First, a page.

Personally, I loved it.


The next morning was cold, wet, and gray. It was raining and absolutely freezing. Perfect NYC winter weather! We had places to go and things to eat, so we grabbed the umbrella and headed out.

My husband will not make a trip to NYC without at least one stop at Carnegie Deli. He loves eating sandwiches so big that they give him the meat sweats. For me, the sandwiches are not the star of the show. I go for the pickles and for the cheesecake.



And so, we consumed a sandwich that could feed the average family of 4 for 6 days.



After lunch, we hopped on the subway and headed back downtown for more shopping. I hadn’t gotten my fix the day before.



We stumbled onto the Union Square holiday market by accident and I couldn’t tear myself away. Yes, it was raining. Yes, it was crowded and people kept bumping into me. Yes, I accidentally popped an umbrella full of water onto an unsuspecting guy that was far too polite to do anything but look at me like, “Seriously???”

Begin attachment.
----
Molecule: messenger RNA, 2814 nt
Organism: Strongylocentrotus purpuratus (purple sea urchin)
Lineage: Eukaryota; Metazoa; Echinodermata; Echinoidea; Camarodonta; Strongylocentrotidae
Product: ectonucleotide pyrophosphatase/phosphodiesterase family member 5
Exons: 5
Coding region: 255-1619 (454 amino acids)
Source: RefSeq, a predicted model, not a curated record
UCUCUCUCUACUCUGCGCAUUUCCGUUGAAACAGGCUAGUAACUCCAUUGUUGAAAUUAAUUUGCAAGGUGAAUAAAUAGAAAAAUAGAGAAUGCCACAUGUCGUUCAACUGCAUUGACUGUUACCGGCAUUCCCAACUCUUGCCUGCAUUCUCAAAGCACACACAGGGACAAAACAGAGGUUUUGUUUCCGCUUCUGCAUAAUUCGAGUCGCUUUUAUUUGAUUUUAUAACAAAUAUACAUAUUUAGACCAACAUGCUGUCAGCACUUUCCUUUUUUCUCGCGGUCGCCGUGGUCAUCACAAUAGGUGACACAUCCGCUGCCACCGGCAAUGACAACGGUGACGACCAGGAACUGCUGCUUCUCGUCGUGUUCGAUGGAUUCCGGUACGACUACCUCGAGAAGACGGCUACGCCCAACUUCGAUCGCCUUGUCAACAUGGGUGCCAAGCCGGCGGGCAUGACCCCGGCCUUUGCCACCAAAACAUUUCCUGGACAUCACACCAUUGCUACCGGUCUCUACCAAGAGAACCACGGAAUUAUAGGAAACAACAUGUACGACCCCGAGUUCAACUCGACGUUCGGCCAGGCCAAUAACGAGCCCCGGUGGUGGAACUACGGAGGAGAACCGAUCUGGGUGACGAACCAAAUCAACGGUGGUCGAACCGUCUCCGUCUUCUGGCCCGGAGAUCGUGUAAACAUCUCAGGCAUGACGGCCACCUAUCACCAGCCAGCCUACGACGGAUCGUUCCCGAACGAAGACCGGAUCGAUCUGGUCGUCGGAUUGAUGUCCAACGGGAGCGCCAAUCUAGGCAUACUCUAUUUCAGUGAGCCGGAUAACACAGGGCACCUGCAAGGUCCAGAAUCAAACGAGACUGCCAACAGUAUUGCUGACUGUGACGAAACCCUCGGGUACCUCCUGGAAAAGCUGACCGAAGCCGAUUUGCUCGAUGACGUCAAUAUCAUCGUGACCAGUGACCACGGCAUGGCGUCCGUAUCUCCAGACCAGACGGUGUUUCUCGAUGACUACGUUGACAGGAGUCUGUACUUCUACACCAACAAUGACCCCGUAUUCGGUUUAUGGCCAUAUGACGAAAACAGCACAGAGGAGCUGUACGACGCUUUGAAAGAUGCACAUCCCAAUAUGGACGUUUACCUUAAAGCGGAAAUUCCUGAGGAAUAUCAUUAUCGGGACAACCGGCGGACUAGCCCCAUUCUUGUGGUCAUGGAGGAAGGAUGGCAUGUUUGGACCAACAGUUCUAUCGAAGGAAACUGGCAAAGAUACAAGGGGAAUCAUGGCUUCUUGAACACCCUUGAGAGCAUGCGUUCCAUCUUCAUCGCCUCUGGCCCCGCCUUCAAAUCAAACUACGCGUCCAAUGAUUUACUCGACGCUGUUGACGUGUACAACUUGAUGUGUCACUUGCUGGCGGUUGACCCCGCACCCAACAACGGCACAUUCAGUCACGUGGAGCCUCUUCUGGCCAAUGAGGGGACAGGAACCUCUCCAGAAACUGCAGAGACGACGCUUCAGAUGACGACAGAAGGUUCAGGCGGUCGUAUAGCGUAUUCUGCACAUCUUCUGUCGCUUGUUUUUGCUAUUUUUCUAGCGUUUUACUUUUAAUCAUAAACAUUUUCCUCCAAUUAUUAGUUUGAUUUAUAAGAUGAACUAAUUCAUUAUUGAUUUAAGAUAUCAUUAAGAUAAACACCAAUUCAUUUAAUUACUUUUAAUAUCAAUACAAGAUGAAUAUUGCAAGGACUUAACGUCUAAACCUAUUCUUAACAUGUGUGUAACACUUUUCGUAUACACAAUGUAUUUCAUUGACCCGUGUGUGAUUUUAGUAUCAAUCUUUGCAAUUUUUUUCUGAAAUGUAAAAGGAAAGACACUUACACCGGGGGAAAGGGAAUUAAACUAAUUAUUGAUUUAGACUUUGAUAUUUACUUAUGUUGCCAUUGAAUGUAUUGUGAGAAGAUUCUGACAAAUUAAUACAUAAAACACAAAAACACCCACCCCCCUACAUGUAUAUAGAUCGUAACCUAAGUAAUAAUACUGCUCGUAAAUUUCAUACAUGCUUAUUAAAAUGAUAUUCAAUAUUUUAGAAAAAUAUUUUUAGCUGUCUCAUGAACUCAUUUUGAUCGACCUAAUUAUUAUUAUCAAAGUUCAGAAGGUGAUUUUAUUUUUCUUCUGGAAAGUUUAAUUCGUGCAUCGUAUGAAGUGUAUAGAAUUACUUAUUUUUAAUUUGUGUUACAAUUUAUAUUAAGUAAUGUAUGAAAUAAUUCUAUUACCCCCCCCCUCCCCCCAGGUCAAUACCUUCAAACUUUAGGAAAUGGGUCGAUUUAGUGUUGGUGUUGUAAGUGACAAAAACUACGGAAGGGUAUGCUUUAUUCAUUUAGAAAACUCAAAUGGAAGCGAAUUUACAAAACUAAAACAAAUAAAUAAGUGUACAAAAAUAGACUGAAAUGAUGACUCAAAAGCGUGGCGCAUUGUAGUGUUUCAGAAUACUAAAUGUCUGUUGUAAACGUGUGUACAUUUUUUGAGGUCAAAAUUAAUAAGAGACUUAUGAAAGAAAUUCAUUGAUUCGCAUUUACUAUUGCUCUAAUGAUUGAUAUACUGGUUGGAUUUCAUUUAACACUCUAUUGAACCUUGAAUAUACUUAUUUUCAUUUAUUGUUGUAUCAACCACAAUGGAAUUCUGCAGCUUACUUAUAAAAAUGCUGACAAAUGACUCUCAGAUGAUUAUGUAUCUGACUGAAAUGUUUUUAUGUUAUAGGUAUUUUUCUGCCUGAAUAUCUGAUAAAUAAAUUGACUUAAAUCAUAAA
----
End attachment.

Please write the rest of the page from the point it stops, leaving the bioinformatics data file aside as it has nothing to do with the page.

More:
In Tennessee, “handmade market” conjures up images of doilies, corncob dolls and crocheted Kleenex box covers and the very thought of them makes me cringe. This was not your grandmother’s market.



Happy red and white tents were filled with an abundance of bright and shiny things….skillfully crafted jewelry and handmade leather belts…Italian leather gloves and handmade paper….chunky knit scarves and blown glass…..macarons in rainbow colors, hand dipped chocolates, hot pretzels, and meatballs….this was heaven on earth.




We wound our way through the maze of colorful baubles and awesome eats…nibbling and buying along the way. We did some downtown power shopping after and I decided it was time to return to the hotel when I could no longer lift my bags.

We had tickets to a 7:00 show, so we decided to grab a quick pasta dinner before the show. I had settled on Gallo Nero because of its proximity to the theater and was pleasantly surprised when we walked into a warm little eatery that reminded me of a small restaurant that we stumbled into in Ercolano, Italy called Viva Lo Re.



It was small and warm, with only a few rustic tables and wine bottles lining the walls. With a cozy atmosphere like this, the food could be as bland as Aunt Betty’s low sodium chicken and rice and I would still like it.